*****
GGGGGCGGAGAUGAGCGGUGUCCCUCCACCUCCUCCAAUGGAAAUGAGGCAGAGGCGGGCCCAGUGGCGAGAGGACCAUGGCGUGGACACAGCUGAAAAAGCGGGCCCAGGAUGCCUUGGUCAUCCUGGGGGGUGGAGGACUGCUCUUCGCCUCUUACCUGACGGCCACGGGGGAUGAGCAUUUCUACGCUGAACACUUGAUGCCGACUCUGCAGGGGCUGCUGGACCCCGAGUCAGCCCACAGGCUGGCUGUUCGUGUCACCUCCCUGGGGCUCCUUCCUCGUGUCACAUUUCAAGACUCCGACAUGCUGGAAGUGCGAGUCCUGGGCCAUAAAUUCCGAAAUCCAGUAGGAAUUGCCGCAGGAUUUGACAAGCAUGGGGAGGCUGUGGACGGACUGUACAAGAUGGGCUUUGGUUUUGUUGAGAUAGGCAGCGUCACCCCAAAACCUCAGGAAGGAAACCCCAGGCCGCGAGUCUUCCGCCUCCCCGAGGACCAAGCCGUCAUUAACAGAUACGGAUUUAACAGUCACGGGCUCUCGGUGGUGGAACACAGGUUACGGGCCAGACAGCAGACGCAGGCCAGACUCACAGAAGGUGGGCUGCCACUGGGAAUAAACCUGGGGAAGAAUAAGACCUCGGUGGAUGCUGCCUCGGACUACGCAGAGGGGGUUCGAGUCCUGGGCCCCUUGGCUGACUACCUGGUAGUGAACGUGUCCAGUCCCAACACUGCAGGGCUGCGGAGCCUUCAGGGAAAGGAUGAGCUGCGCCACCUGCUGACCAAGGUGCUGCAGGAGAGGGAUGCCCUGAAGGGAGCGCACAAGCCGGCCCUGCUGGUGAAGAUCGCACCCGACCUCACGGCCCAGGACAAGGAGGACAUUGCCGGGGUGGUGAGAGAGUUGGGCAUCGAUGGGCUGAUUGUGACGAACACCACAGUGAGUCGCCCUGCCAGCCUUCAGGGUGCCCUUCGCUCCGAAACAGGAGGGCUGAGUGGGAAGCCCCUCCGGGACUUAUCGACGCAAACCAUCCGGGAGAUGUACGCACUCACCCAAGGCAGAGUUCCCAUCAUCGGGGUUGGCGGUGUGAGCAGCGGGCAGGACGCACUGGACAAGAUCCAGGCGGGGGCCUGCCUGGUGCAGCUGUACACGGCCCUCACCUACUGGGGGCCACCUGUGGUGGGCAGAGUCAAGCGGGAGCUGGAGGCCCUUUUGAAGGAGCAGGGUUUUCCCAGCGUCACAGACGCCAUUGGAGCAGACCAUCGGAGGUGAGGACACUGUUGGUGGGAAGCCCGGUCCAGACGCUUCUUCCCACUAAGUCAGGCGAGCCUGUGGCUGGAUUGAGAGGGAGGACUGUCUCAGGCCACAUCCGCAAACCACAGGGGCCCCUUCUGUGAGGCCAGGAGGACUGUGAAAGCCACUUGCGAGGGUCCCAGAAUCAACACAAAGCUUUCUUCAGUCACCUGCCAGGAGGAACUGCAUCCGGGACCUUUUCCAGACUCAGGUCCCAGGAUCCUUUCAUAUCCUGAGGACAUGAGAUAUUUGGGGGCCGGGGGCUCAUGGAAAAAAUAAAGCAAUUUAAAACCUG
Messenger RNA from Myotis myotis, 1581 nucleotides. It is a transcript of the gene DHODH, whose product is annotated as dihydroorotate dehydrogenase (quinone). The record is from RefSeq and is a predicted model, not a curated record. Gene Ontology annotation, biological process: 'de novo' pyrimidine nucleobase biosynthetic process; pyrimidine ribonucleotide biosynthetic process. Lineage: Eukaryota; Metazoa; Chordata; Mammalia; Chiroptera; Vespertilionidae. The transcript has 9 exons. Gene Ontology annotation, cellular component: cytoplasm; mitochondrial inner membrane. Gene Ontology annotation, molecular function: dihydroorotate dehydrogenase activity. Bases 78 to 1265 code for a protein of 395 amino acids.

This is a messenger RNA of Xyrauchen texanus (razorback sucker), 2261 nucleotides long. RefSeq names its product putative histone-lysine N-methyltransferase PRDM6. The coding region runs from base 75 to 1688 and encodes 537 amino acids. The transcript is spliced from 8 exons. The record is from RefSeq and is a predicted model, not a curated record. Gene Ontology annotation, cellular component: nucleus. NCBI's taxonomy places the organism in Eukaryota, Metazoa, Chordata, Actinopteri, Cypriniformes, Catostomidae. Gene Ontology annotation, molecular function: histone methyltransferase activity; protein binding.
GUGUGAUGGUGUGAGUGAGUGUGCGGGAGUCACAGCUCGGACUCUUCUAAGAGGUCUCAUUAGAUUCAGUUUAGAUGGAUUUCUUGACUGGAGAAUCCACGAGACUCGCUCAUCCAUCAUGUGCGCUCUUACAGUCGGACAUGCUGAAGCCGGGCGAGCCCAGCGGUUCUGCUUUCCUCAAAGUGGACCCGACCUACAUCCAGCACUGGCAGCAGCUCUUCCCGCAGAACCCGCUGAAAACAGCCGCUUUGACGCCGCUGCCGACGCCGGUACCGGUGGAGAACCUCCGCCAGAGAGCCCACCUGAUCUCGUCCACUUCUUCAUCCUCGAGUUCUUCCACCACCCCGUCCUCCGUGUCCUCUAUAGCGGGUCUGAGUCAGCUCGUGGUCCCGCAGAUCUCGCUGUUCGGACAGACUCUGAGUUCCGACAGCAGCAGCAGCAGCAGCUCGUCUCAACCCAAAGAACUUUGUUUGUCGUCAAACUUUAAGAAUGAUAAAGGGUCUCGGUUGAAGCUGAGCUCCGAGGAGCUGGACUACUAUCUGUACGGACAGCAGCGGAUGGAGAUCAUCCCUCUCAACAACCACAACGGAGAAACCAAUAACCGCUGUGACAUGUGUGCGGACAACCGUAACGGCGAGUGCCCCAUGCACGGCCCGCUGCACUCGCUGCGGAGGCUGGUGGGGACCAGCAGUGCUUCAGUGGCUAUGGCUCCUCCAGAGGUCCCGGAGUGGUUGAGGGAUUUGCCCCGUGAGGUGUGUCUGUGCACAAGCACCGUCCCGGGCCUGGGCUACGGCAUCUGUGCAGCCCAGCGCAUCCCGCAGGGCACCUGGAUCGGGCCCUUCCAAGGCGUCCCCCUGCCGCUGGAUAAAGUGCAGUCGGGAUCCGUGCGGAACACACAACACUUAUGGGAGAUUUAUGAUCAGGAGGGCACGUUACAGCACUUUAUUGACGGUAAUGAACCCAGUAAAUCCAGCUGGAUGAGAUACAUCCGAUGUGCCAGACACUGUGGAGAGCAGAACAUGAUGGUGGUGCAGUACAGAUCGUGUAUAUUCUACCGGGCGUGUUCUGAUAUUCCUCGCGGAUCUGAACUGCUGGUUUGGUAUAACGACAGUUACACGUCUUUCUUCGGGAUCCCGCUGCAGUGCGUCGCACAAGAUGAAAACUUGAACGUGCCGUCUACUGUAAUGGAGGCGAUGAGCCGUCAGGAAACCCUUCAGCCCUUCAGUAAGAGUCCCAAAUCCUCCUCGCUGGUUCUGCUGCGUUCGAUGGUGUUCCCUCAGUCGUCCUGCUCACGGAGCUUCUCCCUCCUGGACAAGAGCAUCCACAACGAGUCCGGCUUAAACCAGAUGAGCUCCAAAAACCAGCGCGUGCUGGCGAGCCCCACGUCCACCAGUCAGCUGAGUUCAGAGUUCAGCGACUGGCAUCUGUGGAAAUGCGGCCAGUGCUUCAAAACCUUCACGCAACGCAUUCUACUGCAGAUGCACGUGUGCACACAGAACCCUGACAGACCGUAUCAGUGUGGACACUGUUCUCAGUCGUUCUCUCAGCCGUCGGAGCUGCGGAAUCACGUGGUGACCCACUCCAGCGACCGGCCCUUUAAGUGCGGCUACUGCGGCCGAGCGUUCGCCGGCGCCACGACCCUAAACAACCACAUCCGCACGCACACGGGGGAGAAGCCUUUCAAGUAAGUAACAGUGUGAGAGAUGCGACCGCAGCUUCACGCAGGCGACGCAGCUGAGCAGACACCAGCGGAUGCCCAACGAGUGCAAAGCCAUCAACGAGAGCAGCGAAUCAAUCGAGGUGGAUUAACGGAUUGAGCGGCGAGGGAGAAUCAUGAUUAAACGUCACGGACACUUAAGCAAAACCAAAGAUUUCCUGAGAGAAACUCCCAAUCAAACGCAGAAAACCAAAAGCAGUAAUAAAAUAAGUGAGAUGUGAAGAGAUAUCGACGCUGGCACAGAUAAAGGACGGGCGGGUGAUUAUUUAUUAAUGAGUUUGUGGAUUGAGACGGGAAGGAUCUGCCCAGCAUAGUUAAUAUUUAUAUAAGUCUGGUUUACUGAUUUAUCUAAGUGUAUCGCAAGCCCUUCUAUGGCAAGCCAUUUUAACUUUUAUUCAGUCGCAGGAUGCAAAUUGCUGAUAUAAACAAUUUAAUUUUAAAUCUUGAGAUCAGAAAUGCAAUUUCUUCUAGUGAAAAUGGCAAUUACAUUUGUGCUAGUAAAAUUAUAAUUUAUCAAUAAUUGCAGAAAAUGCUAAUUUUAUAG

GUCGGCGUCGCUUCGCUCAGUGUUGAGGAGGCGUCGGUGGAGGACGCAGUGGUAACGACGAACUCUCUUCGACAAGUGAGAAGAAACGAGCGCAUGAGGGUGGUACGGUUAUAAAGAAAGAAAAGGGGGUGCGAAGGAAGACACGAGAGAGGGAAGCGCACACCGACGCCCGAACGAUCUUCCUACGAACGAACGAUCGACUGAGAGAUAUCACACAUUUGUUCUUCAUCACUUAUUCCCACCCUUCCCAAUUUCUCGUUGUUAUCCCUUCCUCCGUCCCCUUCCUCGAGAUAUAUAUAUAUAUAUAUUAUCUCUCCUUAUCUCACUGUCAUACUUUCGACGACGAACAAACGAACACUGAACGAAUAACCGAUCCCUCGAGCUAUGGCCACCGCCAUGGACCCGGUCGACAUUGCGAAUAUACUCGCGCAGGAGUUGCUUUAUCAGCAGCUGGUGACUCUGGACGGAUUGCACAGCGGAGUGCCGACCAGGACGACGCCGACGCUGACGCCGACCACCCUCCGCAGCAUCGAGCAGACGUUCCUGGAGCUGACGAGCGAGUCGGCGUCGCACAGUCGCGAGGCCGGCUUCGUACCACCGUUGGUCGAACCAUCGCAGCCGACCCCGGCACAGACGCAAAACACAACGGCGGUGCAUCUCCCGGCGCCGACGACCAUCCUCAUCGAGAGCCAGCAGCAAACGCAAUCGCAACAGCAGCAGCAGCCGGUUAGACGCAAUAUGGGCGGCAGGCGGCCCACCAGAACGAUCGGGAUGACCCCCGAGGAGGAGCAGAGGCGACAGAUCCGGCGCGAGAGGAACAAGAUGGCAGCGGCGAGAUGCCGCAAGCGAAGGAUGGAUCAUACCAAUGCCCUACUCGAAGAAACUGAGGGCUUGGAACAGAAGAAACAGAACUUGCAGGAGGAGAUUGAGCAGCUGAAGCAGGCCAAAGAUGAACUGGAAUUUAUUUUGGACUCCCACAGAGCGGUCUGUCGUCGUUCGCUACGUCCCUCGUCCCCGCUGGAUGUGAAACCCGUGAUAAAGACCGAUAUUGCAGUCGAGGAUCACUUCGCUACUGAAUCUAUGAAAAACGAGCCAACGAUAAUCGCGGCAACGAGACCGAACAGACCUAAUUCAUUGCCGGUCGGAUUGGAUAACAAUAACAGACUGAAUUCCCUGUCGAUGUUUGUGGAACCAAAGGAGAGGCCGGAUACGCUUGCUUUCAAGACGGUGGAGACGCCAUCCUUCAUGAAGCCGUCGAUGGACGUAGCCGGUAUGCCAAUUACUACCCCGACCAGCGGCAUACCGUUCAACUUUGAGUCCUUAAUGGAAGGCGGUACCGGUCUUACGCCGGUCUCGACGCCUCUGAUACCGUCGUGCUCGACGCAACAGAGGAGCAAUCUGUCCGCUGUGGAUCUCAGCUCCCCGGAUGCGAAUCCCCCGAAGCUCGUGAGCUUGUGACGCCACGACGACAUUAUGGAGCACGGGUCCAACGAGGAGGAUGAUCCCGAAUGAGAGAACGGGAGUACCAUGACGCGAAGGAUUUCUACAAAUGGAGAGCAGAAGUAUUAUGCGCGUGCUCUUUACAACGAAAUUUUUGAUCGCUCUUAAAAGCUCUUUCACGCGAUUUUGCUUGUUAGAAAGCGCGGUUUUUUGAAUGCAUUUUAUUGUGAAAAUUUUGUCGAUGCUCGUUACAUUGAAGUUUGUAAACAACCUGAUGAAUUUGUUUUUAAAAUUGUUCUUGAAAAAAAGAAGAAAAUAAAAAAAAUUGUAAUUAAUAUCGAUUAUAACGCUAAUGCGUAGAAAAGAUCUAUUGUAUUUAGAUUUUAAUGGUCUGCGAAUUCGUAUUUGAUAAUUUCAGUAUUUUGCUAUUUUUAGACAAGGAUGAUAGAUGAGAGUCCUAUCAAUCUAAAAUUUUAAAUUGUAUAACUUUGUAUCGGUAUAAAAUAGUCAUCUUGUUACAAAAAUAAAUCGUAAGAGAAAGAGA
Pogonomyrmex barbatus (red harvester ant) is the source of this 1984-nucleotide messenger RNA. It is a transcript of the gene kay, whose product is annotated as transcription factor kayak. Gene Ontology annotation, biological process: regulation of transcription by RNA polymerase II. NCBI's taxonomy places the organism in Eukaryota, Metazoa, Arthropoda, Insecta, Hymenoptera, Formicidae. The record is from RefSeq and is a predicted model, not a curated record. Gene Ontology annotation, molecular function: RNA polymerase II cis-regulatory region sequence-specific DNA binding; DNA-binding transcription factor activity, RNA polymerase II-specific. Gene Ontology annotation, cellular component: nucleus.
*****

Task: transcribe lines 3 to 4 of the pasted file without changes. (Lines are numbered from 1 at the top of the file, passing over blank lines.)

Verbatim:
This is a messenger RNA of Xyrauchen texanus (razorback sucker), 2261 nucleotides long. RefSeq names its product putative histone-lysine N-methyltransferase PRDM6. The coding region runs from base 75 to 1688 and encodes 537 amino acids. The transcript is spliced from 8 exons. The record is from RefSeq and is a predicted model, not a curated record. Gene Ontology annotation, cellular component: nucleus. NCBI's taxonomy places the organism in Eukaryota, Metazoa, Chordata, Actinopteri, Cypriniformes, Catostomidae. Gene Ontology annotation, molecular function: histone methyltransferase activity; protein binding.
GUGUGAUGGUGUGAGUGAGUGUGCGGGAGUCACAGCUCGGACUCUUCUAAGAGGUCUCAUUAGAUUCAGUUUAGAUGGAUUUCUUGACUGGAGAAUCCACGAGACUCGCUCAUCCAUCAUGUGCGCUCUUACAGUCGGACAUGCUGAAGCCGGGCGAGCCCAGCGGUUCUGCUUUCCUCAAAGUGGACCCGACCUACAUCCAGCACUGGCAGCAGCUCUUCCCGCAGAACCCGCUGAAAACAGCCGCUUUGACGCCGCUGCCGACGCCGGUACCGGUGGAGAACCUCCGCCAGAGAGCCCACCUGAUCUCGUCCACUUCUUCAUCCUCGAGUUCUUCCACCACCCCGUCCUCCGUGUCCUCUAUAGCGGGUCUGAGUCAGCUCGUGGUCCCGCAGAUCUCGCUGUUCGGACAGACUCUGAGUUCCGACAGCAGCAGCAGCAGCAGCUCGUCUCAACCCAAAGAACUUUGUUUGUCGUCAAACUUUAAGAAUGAUAAAGGGUCUCGGUUGAAGCUGAGCUCCGAGGAGCUGGACUACUAUCUGUACGGACAGCAGCGGAUGGAGAUCAUCCCUCUCAACAACCACAACGGAGAAACCAAUAACCGCUGUGACAUGUGUGCGGACAACCGUAACGGCGAGUGCCCCAUGCACGGCCCGCUGCACUCGCUGCGGAGGCUGGUGGGGACCAGCAGUGCUUCAGUGGCUAUGGCUCCUCCAGAGGUCCCGGAGUGGUUGAGGGAUUUGCCCCGUGAGGUGUGUCUGUGCACAAGCACCGUCCCGGGCCUGGGCUACGGCAUCUGUGCAGCCCAGCGCAUCCCGCAGGGCACCUGGAUCGGGCCCUUCCAAGGCGUCCCCCUGCCGCUGGAUAAAGUGCAGUCGGGAUCCGUGCGGAACACACAACACUUAUGGGAGAUUUAUGAUCAGGAGGGCACGUUACAGCACUUUAUUGACGGUAAUGAACCCAGUAAAUCCAGCUGGAUGAGAUACAUCCGAUGUGCCAGACACUGUGGAGAGCAGAACAUGAUGGUGGUGCAGUACAGAUCGUGUAUAUUCUACCGGGCGUGUUCUGAUAUUCCUCGCGGAUCUGAACUGCUGGUUUGGUAUAACGACAGUUACACGUCUUUCUUCGGGAUCCCGCUGCAGUGCGUCGCACAAGAUGAAAACUUGAACGUGCCGUCUACUGUAAUGGAGGCGAUGAGCCGUCAGGAAACCCUUCAGCCCUUCAGUAAGAGUCCCAAAUCCUCCUCGCUGGUUCUGCUGCGUUCGAUGGUGUUCCCUCAGUCGUCCUGCUCACGGAGCUUCUCCCUCCUGGACAAGAGCAUCCACAACGAGUCCGGCUUAAACCAGAUGAGCUCCAAAAACCAGCGCGUGCUGGCGAGCCCCACGUCCACCAGUCAGCUGAGUUCAGAGUUCAGCGACUGGCAUCUGUGGAAAUGCGGCCAGUGCUUCAAAACCUUCACGCAACGCAUUCUACUGCAGAUGCACGUGUGCACACAGAACCCUGACAGACCGUAUCAGUGUGGACACUGUUCUCAGUCGUUCUCUCAGCCGUCGGAGCUGCGGAAUCACGUGGUGACCCACUCCAGCGACCGGCCCUUUAAGUGCGGCUACUGCGGCCGAGCGUUCGCCGGCGCCACGACCCUAAACAACCACAUCCGCACGCACACGGGGGAGAAGCCUUUCAAGUAAGUAACAGUGUGAGAGAUGCGACCGCAGCUUCACGCAGGCGACGCAGCUGAGCAGACACCAGCGGAUGCCCAACGAGUGCAAAGCCAUCAACGAGAGCAGCGAAUCAAUCGAGGUGGAUUAACGGAUUGAGCGGCGAGGGAGAAUCAUGAUUAAACGUCACGGACACUUAAGCAAAACCAAAGAUUUCCUGAGAGAAACUCCCAAUCAAACGCAGAAAACCAAAAGCAGUAAUAAAAUAAGUGAGAUGUGAAGAGAUAUCGACGCUGGCACAGAUAAAGGACGGGCGGGUGAUUAUUUAUUAAUGAGUUUGUGGAUUGAGACGGGAAGGAUCUGCCCAGCAUAGUUAAUAUUUAUAUAAGUCUGGUUUACUGAUUUAUCUAAGUGUAUCGCAAGCCCUUCUAUGGCAAGCCAUUUUAACUUUUAUUCAGUCGCAGGAUGCAAAUUGCUGAUAUAAACAAUUUAAUUUUAAAUCUUGAGAUCAGAAAUGCAAUUUCUUCUAGUGAAAAUGGCAAUUACAUUUGUGCUAGUAAAAUUAUAAUUUAUCAAUAAUUGCAGAAAAUGCUAAUUUUAUAG